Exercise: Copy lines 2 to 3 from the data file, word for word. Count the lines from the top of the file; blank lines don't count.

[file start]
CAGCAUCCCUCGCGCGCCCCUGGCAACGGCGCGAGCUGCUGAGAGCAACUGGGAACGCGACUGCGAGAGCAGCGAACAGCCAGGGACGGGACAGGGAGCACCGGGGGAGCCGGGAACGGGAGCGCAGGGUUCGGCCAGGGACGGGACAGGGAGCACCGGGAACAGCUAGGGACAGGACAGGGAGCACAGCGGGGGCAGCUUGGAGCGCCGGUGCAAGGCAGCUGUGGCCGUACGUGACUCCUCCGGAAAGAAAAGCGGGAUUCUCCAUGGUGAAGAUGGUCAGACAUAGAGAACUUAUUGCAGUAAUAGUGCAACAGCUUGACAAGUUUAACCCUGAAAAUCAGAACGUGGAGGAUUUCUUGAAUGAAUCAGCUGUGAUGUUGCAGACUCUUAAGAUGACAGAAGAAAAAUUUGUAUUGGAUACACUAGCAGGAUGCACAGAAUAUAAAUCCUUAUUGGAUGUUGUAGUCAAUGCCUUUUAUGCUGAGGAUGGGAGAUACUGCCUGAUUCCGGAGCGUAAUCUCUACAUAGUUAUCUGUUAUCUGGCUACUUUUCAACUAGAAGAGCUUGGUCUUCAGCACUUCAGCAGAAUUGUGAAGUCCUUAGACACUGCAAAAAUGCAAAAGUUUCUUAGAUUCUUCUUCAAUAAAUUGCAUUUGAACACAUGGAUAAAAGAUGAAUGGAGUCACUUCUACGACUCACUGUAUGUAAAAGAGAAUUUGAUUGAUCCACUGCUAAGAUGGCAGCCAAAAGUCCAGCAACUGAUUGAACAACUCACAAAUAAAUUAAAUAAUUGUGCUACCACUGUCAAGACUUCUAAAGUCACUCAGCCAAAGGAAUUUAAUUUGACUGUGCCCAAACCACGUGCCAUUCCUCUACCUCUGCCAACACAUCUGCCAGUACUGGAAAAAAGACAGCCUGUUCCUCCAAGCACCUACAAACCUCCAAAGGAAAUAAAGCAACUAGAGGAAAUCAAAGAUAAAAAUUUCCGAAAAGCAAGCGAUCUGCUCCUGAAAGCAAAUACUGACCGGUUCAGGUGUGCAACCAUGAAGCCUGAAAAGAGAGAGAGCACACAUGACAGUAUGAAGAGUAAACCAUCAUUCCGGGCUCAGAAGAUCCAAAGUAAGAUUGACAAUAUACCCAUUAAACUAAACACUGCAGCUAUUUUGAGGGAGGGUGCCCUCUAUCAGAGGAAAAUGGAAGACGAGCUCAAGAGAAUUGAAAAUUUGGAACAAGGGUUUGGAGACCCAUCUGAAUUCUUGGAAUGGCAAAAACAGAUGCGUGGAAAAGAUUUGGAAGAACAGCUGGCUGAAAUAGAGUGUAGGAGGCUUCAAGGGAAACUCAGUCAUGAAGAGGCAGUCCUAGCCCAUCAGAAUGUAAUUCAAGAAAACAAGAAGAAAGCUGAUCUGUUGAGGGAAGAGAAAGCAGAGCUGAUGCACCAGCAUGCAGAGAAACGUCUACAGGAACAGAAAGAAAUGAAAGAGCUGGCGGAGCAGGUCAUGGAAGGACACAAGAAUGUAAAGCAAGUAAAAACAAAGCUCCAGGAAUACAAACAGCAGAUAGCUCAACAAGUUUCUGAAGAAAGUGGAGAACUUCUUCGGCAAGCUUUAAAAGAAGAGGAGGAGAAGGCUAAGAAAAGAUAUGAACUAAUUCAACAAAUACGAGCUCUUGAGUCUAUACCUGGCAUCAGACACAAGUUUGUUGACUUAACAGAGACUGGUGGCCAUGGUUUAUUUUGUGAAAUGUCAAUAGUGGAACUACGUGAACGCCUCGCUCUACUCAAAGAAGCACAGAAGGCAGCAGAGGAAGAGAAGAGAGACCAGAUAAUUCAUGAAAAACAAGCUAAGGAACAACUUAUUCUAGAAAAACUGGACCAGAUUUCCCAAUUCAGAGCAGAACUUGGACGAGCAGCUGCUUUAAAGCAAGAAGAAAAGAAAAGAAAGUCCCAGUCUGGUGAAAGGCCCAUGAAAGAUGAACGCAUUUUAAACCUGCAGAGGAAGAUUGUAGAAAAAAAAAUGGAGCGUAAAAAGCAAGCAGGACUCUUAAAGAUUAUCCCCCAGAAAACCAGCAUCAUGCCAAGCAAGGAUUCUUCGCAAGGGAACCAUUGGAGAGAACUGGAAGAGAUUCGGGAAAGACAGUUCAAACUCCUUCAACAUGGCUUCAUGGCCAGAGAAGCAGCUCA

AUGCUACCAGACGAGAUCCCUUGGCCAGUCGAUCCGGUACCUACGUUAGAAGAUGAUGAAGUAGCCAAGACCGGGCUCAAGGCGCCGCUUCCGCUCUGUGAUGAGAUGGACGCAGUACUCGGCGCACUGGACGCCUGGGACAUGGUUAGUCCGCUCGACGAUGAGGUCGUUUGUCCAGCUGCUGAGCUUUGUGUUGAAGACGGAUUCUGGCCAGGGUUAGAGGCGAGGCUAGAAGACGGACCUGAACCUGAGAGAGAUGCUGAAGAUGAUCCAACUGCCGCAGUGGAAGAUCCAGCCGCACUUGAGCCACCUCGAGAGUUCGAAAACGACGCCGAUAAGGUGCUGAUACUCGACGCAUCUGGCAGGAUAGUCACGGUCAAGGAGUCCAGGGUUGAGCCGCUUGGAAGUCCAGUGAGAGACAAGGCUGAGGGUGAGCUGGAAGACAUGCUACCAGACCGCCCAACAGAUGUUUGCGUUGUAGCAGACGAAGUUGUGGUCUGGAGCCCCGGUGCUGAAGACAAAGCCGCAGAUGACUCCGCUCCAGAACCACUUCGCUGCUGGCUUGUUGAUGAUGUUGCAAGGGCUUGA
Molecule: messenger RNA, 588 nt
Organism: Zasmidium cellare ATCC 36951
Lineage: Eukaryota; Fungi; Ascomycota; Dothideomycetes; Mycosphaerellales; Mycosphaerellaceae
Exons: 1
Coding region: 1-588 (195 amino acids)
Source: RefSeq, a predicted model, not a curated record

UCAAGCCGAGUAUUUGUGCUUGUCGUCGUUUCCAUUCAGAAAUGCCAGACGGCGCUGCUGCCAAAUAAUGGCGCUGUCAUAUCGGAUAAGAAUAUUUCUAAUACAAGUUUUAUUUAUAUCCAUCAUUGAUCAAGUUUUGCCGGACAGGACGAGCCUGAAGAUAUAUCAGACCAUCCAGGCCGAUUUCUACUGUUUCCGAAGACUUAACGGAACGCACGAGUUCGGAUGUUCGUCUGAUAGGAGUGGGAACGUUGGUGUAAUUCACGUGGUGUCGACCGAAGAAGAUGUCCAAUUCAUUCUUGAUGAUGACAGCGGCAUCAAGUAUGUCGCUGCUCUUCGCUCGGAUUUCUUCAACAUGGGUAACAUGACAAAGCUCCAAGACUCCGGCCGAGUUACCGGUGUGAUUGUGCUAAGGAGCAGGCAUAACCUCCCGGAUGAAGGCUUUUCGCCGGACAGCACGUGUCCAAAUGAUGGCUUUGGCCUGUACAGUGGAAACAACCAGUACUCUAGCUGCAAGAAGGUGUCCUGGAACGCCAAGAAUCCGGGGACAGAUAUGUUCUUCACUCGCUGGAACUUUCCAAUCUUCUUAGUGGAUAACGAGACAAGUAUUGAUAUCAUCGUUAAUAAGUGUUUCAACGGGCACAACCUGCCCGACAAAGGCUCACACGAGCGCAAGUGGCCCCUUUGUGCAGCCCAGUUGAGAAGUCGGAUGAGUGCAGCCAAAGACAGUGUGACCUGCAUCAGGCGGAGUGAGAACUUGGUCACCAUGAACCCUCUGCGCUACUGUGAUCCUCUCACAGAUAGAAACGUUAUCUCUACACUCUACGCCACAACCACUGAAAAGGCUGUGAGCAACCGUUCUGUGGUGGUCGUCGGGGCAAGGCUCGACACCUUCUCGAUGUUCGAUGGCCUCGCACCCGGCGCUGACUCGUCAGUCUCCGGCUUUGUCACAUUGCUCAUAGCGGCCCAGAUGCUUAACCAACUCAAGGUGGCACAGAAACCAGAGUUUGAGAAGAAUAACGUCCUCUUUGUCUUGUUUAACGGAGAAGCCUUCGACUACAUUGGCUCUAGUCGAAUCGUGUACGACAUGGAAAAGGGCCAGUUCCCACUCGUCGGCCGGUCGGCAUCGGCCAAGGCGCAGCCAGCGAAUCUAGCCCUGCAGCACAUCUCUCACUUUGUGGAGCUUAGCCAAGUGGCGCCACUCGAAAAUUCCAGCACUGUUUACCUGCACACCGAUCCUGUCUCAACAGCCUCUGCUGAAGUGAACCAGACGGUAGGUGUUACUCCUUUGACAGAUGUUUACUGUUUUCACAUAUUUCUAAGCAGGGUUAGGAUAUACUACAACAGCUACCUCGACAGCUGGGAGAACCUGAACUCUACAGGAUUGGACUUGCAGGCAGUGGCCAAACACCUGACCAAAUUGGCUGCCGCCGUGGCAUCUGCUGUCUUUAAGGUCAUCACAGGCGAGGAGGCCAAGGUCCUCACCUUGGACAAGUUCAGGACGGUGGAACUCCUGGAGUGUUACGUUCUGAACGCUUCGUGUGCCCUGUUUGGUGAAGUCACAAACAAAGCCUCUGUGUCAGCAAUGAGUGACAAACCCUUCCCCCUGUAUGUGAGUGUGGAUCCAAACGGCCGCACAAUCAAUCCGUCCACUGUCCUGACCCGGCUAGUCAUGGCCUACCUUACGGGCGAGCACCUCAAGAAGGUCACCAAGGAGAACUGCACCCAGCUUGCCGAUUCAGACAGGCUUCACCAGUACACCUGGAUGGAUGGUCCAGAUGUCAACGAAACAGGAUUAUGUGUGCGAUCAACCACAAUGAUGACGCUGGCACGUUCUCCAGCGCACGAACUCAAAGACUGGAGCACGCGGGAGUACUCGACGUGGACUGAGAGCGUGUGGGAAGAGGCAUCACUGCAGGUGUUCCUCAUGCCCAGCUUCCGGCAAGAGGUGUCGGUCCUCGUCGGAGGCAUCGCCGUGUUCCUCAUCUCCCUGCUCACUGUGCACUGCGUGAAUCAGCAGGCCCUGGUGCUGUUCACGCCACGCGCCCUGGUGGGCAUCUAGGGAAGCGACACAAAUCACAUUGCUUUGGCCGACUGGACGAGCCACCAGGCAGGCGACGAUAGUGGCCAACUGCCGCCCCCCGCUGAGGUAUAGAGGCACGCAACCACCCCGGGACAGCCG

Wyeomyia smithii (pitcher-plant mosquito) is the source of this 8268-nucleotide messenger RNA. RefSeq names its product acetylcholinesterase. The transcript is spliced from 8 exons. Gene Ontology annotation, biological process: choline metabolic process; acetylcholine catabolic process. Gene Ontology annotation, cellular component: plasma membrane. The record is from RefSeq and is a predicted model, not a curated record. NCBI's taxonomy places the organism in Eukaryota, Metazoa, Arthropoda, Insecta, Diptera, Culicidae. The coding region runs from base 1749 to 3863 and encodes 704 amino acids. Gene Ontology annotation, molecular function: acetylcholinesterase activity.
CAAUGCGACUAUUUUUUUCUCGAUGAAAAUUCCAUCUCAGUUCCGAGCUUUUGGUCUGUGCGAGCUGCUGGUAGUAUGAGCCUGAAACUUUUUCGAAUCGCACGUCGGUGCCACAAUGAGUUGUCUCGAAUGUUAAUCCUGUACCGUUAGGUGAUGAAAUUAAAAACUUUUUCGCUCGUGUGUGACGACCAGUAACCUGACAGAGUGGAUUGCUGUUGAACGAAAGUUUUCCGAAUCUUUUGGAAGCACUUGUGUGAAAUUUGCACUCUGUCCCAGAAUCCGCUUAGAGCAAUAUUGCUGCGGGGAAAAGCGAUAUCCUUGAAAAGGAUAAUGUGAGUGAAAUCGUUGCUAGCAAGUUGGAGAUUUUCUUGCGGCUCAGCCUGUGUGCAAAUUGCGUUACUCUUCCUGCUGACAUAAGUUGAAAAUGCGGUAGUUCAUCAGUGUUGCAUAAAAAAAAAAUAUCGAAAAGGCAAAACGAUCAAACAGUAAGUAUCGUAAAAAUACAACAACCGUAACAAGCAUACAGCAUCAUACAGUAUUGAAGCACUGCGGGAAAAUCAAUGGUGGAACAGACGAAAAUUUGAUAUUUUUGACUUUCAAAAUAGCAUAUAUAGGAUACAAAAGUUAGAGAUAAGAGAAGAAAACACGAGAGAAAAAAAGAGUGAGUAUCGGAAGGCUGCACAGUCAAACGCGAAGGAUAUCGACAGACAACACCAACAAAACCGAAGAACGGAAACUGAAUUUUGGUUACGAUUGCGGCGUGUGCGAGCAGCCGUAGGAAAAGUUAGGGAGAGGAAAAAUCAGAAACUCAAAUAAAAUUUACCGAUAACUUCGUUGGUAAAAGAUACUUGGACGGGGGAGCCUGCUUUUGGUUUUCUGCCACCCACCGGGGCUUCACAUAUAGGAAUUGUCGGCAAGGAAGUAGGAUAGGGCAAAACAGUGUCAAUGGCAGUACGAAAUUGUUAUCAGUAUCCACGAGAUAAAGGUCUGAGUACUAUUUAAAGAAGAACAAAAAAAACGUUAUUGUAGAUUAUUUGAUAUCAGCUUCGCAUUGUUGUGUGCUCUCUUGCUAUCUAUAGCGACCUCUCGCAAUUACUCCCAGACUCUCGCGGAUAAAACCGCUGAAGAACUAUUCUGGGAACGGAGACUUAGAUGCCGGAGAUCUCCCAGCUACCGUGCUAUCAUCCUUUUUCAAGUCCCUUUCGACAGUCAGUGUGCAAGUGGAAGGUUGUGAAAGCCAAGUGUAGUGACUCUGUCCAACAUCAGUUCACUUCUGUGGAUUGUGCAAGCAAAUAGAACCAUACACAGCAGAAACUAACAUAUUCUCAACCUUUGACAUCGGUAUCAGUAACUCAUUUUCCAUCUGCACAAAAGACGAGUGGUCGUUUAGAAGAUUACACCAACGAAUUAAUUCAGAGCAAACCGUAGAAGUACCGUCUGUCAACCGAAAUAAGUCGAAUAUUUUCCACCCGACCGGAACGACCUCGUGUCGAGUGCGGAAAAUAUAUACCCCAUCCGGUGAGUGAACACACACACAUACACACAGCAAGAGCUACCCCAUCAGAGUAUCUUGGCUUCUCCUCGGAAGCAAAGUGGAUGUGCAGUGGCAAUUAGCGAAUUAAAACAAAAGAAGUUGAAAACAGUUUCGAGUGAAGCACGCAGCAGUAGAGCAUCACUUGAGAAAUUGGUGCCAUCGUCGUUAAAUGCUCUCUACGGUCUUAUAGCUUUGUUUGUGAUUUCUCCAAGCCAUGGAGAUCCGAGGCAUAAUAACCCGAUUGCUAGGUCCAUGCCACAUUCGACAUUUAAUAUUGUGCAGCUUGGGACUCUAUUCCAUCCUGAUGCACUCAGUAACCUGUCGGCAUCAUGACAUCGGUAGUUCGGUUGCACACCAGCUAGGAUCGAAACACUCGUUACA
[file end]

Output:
AUGCUACCAGACGAGAUCCCUUGGCCAGUCGAUCCGGUACCUACGUUAGAAGAUGAUGAAGUAGCCAAGACCGGGCUCAAGGCGCCGCUUCCGCUCUGUGAUGAGAUGGACGCAGUACUCGGCGCACUGGACGCCUGGGACAUGGUUAGUCCGCUCGACGAUGAGGUCGUUUGUCCAGCUGCUGAGCUUUGUGUUGAAGACGGAUUCUGGCCAGGGUUAGAGGCGAGGCUAGAAGACGGACCUGAACCUGAGAGAGAUGCUGAAGAUGAUCCAACUGCCGCAGUGGAAGAUCCAGCCGCACUUGAGCCACCUCGAGAGUUCGAAAACGACGCCGAUAAGGUGCUGAUACUCGACGCAUCUGGCAGGAUAGUCACGGUCAAGGAGUCCAGGGUUGAGCCGCUUGGAAGUCCAGUGAGAGACAAGGCUGAGGGUGAGCUGGAAGACAUGCUACCAGACCGCCCAACAGAUGUUUGCGUUGUAGCAGACGAAGUUGUGGUCUGGAGCCCCGGUGCUGAAGACAAAGCCGCAGAUGACUCCGCUCCAGAACCACUUCGCUGCUGGCUUGUUGAUGAUGUUGCAAGGGCUUGA
Molecule: messenger RNA, 588 nt